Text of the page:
Sara: Hmm. Anything else?
Roger: What’s it like when you fly?
Roger: Do you get scared?
Sara: Not really. I used to, like if the plane would drop, suddenly, forty or fifty feet or whatever, I’d grab a hold of the person’s hand next to me. But now… Now I just… well, it’s all good. I have faith in the pilots, and I feel ok about it all. No matter what happens. I can’t control the plane, the weather.
Roger: Do you get scared, alone, driving out on the road?
Sara: I didn’t think about it until, I dunno, I think last year. It came to me that I’ve been all over the country, parts of the world, traveling alone. I could disappear and no one would know. But… It’s not what I think about. I think about the adventure of it all, the cool people I meet, how my show will go. I think about calling home, or sending a postcard. I get excited about diners, and meeting waitresses and eating home cooked meals. I mean… it’s what it has been. I have some scary moments, but… I made it through. I’m here.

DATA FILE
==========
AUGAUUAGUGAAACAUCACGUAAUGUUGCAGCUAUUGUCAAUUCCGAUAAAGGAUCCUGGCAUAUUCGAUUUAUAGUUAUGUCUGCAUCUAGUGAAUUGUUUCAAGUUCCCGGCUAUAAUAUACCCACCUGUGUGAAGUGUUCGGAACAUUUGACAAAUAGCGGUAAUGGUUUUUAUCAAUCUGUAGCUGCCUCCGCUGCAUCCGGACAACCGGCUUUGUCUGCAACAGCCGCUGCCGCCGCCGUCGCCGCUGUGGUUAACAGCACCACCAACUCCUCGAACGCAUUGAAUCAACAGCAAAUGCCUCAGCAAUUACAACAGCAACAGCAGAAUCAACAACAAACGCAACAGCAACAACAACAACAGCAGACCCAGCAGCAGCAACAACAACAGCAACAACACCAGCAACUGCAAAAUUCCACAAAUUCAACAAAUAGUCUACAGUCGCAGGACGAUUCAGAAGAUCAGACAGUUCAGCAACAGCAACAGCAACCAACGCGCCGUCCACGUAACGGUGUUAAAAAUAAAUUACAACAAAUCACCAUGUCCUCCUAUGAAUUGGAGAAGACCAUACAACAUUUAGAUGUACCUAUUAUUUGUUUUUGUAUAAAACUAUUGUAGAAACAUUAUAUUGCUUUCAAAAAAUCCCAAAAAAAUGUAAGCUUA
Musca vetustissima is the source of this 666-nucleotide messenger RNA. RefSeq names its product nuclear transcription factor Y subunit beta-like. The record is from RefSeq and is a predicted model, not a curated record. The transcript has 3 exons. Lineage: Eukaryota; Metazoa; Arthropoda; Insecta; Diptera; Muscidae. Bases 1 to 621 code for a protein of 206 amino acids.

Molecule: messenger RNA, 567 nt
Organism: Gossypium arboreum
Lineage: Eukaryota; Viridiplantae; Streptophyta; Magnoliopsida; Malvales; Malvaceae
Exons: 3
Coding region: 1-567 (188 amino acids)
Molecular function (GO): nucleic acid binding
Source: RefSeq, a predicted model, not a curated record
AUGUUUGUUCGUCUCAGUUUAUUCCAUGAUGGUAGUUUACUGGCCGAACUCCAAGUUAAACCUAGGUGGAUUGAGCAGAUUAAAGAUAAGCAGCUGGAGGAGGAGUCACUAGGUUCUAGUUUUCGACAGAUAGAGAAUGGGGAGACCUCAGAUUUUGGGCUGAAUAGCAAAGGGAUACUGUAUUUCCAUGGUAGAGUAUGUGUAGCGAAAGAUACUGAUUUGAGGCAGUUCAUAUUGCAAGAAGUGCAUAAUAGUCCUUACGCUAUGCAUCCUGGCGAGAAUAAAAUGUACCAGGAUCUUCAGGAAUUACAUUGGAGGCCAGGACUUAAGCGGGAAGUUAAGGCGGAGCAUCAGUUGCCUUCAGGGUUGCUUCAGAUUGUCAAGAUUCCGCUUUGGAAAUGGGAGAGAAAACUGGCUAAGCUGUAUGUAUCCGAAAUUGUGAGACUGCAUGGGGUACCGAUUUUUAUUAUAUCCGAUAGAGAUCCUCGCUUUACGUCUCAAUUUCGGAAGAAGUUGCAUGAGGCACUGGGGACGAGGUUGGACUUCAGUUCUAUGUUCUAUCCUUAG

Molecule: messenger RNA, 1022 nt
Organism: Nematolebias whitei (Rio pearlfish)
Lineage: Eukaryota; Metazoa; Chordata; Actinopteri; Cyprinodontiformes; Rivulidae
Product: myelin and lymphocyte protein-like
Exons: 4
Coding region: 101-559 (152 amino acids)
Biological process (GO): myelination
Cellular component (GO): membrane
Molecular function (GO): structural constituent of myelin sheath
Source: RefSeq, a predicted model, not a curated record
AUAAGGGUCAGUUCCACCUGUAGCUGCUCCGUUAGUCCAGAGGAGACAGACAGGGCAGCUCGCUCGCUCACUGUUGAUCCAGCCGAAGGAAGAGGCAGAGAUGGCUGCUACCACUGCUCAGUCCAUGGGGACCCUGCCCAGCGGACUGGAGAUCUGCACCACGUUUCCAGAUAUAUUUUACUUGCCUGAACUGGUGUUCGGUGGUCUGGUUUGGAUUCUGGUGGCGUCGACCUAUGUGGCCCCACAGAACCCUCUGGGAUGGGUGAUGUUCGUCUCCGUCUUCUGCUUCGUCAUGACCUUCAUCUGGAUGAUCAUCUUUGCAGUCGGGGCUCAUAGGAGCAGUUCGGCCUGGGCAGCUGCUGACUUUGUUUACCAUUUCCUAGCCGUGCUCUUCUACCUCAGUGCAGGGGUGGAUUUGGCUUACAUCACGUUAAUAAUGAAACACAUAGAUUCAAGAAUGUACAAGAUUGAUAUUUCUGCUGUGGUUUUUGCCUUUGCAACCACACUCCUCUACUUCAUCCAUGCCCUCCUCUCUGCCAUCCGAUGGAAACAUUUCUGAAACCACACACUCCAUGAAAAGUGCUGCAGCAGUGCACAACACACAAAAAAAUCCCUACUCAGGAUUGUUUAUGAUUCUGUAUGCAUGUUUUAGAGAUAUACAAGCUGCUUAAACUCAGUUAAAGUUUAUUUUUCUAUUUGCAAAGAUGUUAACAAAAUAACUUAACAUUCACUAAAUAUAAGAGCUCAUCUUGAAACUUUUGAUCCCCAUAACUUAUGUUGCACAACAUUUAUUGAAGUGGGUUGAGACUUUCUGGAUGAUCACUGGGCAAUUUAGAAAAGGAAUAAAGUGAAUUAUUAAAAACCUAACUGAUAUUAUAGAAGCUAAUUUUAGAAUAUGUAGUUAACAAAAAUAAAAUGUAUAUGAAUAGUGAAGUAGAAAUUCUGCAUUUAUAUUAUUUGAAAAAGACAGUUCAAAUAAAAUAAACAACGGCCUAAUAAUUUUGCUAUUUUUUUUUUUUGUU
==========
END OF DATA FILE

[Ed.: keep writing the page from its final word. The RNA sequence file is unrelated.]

Roger: Any regrets?
Roger: Like what?
Sara: Well… like the fact that I can only utilize 8 or 9% of you when I wish I could experience, say, 20%. That would be cool. But I guess that’s not a regret. That’s a curiousity I have. So… regrets. More about upsetting people, boyfriends that didn’t work out. Being mean, or unkind. Forgetting to follow up on something. Not having a better relationship with loved ones who’ve died.
Roger: You’ve had a lot of people die.
Sara: Yes. But… I suppose everyone has. We all lose people we love. You can’t escape it. Still, I can imagine the last goodbyes I didn’t get to say.
Roger: Is that why you say “I love you” so much, even to strangers?
Sara: Yea… you never know. Make it good while you can.
Roger: How was your walk with Jen this morning?
Sara: Jen’s consistent. She’s warm sunshine. I like her face. It’s beautiful and kind. Her eyes are so blue. Blue marbles. It’s nice when we have time to spend together.
Sara: I try to be a good friend, mother, wife.
Roger: I know.
Sara: I try to think, well, YOU try to think, but sometimes… it’s hard. The brain is doing one think and the heart is doing another think, sometimes I can mesh them in the middle. There’s so many options. I’m really trying to figure out which option to take.